What is PeekScore?: PeekScore is a rank from 1 to 10, assigned to every person. The higher someone’s score, the “more important” they are on the web. In calculating your PeekScore and updating it often, PeekYou takes into account your known presence and activity on the Internet, including but not limited to; your blogging, participation in social networks, the number of your friends, followers, or readers, the amount of web content you create, and your prominence in the news.
They’re not the Yankees and the Red Sox, nor the Sharks and the Jets. They’re not the snake and the mongoose. The rivalry we’ll be exploring today – in our flagship entry of what we believe could become a recurring feature – is one we’ve partially concocted. Today’s contest is one born of our own intellectual curiosity and desire to feel like bigshots; playing with human (online) existences like so many pieces on our PeekScore chessboard.
Since the early days of social media’s ascent to cultural dominance, much in the way of hay has been made about the generation gap evident in its user base. So the hubbub goes, mommies and daddies (some of them, at least) can sort of grasp “the Facebooks,” but the allure of, say, a Foursquare – and detailing your every move and whereabouts for any and all who care to know – evades them. With this conceit in mind, we thought it would be a hoot to explore this in a fairly unscientific way, using a slanted case study sample of each the fresh-faced and the haggard. We created two lists, one of internet and tech crackerjacks – CEOs, inventors, and founders of major companies and platforms – who are still wet behind their bratty little ears (even if they’re dabbing them with billion dollar bills to dry off). The other list is of long-toothed and weather-beaten veterans, all of whom have crossed the 30 threshold and would in the world of Logan’s Run be well due to be sent off to carrousel (which, incidentally, is a lie). In our world, however, they’re left to grow old, and can buy and sell us all.
Okay! Enough babble! Let’s start with a look at the terribly wealthy youngsters.
AVERAGE PEEKSCORE: 9.07
The above list is lagrely populated with the creators and CEOs of many of the most used and beloved social networking platforms around today. Nearly all of these fellas – whatever the nature of their companies – exist personally, and fully, within the social media sphere; with blogs, and Facebooks, and Twitter accounts more common than not. This, along with their general fame and significant media presence is – to varying degrees (mostly consistent with, and proportionate to, the widespread name recognition of each) – reflected in what are their rather across-the-board high PeekScores.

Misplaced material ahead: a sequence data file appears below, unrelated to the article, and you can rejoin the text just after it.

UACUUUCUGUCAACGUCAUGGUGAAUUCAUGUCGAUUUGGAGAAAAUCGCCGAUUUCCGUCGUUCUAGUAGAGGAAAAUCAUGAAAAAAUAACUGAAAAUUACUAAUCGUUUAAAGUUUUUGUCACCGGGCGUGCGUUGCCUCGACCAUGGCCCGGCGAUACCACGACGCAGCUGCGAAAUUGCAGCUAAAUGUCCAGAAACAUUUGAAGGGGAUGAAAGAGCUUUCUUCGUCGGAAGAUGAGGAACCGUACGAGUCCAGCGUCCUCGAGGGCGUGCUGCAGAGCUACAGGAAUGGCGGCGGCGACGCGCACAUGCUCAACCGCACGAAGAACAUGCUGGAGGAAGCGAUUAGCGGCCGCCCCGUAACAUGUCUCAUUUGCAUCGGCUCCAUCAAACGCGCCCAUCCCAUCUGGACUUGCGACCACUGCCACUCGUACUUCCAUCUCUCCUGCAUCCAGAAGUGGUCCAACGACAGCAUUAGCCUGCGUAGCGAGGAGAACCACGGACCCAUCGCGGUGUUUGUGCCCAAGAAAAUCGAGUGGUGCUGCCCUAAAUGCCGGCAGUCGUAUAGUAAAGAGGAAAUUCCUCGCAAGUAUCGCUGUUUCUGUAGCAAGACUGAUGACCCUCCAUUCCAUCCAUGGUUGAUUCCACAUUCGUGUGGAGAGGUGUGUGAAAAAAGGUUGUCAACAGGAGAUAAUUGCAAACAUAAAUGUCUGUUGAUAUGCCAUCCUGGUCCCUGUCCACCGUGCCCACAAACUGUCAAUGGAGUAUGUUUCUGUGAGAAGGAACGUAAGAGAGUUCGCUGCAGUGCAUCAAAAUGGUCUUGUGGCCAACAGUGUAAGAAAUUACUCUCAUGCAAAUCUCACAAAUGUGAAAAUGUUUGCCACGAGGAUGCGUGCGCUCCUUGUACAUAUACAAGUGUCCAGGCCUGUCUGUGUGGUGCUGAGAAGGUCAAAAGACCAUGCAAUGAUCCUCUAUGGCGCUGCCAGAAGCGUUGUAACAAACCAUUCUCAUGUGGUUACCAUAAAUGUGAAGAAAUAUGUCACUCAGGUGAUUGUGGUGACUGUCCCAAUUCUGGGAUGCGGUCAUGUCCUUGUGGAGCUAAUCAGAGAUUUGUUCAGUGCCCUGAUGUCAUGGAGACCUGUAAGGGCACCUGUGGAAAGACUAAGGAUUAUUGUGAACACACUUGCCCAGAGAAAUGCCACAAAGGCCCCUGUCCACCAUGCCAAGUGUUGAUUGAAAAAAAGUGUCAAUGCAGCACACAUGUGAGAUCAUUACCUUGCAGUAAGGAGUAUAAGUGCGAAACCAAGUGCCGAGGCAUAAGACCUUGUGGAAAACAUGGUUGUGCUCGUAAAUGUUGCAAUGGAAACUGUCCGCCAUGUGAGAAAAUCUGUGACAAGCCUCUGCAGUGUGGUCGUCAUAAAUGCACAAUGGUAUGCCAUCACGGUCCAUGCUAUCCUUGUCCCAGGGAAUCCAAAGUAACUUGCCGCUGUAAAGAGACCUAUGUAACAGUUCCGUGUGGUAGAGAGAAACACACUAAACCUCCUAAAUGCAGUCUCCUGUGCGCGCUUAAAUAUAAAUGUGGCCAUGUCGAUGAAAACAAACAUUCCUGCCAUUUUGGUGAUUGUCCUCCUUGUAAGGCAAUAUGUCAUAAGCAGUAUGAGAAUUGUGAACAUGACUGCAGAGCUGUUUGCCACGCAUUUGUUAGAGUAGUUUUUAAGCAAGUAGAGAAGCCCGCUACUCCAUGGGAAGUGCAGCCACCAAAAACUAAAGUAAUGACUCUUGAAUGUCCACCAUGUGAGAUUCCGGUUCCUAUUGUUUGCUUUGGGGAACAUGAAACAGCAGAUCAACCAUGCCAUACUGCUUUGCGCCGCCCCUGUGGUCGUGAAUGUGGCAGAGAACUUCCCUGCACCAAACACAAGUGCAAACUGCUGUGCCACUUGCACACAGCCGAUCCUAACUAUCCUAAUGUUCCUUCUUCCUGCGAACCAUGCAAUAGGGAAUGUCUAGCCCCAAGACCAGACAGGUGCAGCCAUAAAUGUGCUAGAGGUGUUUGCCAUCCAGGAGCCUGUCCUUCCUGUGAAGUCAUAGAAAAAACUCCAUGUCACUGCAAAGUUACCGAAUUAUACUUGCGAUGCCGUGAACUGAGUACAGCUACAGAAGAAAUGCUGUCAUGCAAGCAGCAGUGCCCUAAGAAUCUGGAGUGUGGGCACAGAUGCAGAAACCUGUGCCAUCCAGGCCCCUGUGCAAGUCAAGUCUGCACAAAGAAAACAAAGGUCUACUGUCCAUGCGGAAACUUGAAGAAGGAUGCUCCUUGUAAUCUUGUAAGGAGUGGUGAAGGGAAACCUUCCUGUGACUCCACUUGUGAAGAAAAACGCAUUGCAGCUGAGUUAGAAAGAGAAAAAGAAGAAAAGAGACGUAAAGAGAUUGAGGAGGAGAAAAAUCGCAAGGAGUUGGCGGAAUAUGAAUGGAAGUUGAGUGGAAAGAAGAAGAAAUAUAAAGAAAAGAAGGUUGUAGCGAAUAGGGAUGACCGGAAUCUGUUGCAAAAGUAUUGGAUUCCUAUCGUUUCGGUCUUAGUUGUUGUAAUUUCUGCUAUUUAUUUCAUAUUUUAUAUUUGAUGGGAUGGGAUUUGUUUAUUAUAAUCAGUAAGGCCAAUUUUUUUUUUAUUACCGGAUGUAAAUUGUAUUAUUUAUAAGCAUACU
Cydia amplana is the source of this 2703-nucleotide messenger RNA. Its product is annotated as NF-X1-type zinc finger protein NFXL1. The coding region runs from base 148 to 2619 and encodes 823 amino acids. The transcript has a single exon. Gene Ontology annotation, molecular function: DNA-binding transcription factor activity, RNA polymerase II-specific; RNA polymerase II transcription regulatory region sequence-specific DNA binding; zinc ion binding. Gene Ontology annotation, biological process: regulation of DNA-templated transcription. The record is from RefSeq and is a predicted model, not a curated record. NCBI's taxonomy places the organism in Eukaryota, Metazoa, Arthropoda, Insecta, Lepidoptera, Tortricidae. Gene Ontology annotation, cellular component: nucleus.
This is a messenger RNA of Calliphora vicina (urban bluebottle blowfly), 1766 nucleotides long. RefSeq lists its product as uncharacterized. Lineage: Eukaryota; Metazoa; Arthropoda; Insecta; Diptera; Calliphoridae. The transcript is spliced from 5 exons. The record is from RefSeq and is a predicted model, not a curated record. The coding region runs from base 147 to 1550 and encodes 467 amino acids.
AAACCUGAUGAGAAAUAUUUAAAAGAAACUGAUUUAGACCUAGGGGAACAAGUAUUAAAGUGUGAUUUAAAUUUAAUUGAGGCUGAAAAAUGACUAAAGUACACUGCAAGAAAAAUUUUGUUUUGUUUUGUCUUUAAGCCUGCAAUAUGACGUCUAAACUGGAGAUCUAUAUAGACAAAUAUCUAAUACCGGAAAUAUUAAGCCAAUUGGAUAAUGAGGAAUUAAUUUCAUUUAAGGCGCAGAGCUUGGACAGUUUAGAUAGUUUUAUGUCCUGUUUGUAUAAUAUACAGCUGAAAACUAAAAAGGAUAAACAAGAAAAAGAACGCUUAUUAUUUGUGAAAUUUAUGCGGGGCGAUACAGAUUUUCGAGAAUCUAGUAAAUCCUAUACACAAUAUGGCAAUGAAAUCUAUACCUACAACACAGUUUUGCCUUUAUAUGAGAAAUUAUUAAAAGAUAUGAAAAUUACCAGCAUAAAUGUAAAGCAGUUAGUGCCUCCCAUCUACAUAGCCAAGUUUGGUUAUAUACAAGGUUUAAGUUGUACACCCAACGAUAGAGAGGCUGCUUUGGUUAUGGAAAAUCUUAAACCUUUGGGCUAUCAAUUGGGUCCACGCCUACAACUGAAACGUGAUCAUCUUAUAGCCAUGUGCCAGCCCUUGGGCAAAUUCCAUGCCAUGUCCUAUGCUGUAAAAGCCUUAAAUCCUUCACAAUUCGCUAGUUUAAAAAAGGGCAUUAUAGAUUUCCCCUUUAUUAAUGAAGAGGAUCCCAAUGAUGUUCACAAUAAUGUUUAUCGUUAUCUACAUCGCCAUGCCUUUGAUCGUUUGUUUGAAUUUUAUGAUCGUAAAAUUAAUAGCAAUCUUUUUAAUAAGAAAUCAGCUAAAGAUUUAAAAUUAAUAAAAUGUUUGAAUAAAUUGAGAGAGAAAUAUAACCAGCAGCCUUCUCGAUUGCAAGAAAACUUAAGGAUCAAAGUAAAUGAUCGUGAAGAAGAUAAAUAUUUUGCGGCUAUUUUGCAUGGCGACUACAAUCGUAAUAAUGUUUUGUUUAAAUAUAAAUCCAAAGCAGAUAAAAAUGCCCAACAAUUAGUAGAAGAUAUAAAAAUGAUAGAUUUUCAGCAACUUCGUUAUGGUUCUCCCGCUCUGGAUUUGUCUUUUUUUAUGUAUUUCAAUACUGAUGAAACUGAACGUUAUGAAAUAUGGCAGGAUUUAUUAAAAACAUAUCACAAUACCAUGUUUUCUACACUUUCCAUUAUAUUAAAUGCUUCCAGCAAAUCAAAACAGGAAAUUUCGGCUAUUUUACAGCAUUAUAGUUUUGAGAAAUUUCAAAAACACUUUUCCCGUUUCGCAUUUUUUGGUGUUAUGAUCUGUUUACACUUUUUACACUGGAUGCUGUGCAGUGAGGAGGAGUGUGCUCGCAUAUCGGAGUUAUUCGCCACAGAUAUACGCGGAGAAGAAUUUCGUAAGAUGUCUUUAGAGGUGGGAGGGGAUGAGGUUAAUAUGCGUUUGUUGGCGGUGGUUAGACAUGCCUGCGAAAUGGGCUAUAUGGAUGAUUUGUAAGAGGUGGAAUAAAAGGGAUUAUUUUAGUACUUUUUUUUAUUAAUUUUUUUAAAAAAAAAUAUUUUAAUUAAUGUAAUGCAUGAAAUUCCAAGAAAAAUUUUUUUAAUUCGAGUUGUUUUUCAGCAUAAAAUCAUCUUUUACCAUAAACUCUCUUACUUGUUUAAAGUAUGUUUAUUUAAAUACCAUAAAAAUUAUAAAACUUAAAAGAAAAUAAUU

But what of the aged? Can they compete, what with their frail bones and hoarse voices, and terror in the face of a rapidly changing world that is leaving them behind? It seems that, even with only some of them having a particularly strong social media presence, that indeed they can. Quite well, actually. At least so far as overall digital footprints are concerned.
In fairness, the PeekScores don’t tell the full tale here – apart from affirming that people over 30 are indeed awesome – and we’ll elaborate a bit after showing you the list
AVERAGE PEEKSCORE: 9.12
The old folks did win, and with some comfort. To a large degree this seemed to come down to the mainstream prominence of those who run the giant tech companies, as opposed to the (by comparison) smaller, startup internet concerns. Mark Zuckerberg is clearly one of the most famous men in America, but neither Matt Mickiewicz nor SitePoint are household names (even for their relative import and influence). On the other hand, you may never have heard of Paul Otellini, but odds are you’ve heard of Intel (and, for what it’s worth, are reading this very sentence on a computer using one of their processors). While it may not be in the articles you’re reading, the guy’s name does make the papers quite a bit.
Was it a fair fight? Well, the fact is, the younger techie VIPs are much more alive and present in the world of social media, and there’s no question this influenced their scores greatly. It was, after all, a close contest. Man for man – “their best guy versus our best guy” – the kids win, as it’s one of their team who has everyone beat. While we max out our scoring at 10, there are many “shades of 10″ to the PeekScore, and none of the 20 names listed above has a larger absolute PeekScore than Mr. Zuckerberg. But, ultimately, the oldsters had the unfair advantage of too many household names on their list (Ballmer, Jobs, Ellison, etc.).
What have we learned? First and foremost, that PeekScores do what they’re supposed to do, and accurately measure an individual’s impact in cyberspace – as well as the impact of a broader demographic sampling. We also learned that young folks are more active in the social media realm than the older folks. AND, well, we confirmed the rather obvious fact that the CEOs of major, long established corporations are generally more famous than the young entrepreneurs behind even very successful startups.
So, we didn’t learn much that we didn’t already know, but we had a heck of a time along the way, didn’t we?
If you’d like to see this sort of thing become a regular feature on the PeekScore blog, let us know. What two groups – from sports teams, to groupings of folks more random and imaginative – would you like to see us have face off in the PeekScore arena? The sky’s the limit. Any and all suggestions will at least be seriously considered.